Astronomy Picture of the Day

Discover the cosmos! Each day a different image or photograph of our fascinating universe is featured, along with a brief explanation written by a professional astronomer.

2011 February 3
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Six Worlds for Kepler-11
Illustration Credit: Tim Pyle, NASA

Explanation: Six worlds orbit Kepler-11, a sunlike star 2,000 light-years distant in the constellation Cygnus. The new discovery is based on data from NASA's planet hunting Kepler spacecraft. Compared to our Solar System in this illustration, five of Kepler-11's planets orbit closer to their parent star than the Mercury-Sun distance, with orbital periods ranging from 10 to 47 days. All six are larger than Earth and are likely composed of mixtures of rocky material and gas. Their presence, sizes, and masses have been determined by carefully watching the planets dim the light of Kepler-11 while transiting or crossing in front of the star itself. In fact, in August 2010, Kepler's telescope and camera recorded a simultaneous transit of three of the planets in the system. As announced yesterday, using the transit technique the Kepler mission has now identified over 1200 exoplanet candidates in a field of view that covers only about 1/400th of the sky. The tantalizing result suggests there are many undiscovered planets orbiting the stars in our galaxy.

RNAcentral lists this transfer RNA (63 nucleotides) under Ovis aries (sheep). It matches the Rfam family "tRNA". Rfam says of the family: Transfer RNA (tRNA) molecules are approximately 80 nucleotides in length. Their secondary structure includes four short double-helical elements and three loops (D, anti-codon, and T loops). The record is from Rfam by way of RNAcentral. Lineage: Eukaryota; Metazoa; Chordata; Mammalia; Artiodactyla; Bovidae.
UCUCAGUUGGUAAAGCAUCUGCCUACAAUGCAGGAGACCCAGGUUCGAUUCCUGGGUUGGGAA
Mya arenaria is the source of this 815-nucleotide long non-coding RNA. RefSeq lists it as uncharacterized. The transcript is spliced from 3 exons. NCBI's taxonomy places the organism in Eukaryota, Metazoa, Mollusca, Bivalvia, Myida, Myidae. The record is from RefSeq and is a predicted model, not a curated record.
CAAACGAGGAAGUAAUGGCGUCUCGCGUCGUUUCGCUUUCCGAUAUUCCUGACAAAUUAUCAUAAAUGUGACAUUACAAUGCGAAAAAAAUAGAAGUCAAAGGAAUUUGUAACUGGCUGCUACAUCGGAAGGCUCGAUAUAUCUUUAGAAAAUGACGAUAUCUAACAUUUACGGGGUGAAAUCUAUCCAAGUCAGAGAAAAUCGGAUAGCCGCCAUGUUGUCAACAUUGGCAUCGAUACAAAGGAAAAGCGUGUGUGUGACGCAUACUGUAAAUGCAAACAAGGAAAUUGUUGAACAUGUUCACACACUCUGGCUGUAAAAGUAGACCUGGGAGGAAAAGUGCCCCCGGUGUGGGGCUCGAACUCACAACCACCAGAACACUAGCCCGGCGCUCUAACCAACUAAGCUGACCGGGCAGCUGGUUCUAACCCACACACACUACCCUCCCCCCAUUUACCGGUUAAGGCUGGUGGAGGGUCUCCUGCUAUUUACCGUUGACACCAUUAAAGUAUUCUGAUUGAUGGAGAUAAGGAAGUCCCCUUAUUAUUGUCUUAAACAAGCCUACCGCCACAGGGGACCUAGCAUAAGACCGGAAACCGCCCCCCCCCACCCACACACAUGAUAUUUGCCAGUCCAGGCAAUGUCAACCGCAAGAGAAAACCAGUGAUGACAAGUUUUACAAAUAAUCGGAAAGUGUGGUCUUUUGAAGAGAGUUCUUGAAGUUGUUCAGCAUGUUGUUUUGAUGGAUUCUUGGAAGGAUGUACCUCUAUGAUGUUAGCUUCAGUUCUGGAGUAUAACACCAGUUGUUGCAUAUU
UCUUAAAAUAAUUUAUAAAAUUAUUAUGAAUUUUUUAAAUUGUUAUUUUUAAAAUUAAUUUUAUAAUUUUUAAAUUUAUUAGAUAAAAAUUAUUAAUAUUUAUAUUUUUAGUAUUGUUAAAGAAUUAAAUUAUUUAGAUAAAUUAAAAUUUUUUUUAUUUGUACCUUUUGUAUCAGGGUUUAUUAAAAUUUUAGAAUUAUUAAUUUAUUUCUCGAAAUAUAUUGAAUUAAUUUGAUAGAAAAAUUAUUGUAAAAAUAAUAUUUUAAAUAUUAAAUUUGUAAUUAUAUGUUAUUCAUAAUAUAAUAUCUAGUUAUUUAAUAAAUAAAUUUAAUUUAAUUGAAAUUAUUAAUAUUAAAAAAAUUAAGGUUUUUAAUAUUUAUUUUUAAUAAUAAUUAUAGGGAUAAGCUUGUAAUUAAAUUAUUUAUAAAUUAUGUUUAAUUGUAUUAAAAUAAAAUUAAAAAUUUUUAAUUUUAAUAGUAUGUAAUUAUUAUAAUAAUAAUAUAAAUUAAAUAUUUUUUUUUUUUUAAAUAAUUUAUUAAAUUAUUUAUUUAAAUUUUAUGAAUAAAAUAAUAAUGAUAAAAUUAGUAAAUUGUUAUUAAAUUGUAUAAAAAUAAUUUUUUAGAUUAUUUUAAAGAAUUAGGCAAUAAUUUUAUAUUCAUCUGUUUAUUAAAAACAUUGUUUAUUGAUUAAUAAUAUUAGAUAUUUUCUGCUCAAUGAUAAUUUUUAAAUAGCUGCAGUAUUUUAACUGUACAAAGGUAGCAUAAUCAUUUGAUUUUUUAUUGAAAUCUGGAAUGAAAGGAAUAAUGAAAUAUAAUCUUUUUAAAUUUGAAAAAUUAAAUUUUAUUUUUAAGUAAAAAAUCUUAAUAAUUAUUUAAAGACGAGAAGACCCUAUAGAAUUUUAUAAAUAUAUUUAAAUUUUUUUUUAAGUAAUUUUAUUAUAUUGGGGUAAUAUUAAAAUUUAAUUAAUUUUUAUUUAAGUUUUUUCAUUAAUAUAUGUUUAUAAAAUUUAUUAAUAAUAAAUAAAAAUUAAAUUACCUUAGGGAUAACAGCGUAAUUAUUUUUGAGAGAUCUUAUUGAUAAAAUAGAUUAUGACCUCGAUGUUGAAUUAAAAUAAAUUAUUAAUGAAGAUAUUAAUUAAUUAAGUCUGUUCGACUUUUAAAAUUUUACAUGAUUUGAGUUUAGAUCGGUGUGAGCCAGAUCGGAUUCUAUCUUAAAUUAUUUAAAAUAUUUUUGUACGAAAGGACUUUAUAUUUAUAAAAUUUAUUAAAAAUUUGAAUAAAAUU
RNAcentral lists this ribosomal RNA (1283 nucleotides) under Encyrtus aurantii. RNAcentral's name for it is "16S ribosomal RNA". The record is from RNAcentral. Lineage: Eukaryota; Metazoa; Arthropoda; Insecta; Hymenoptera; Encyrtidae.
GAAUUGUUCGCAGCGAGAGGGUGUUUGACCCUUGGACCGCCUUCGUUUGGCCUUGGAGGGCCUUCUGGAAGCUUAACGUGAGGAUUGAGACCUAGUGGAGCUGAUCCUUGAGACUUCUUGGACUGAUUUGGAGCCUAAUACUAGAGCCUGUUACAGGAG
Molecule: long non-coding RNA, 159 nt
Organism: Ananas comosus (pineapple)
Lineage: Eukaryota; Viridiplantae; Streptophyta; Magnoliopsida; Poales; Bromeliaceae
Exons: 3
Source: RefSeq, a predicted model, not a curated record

Tomorrow's picture: wise star

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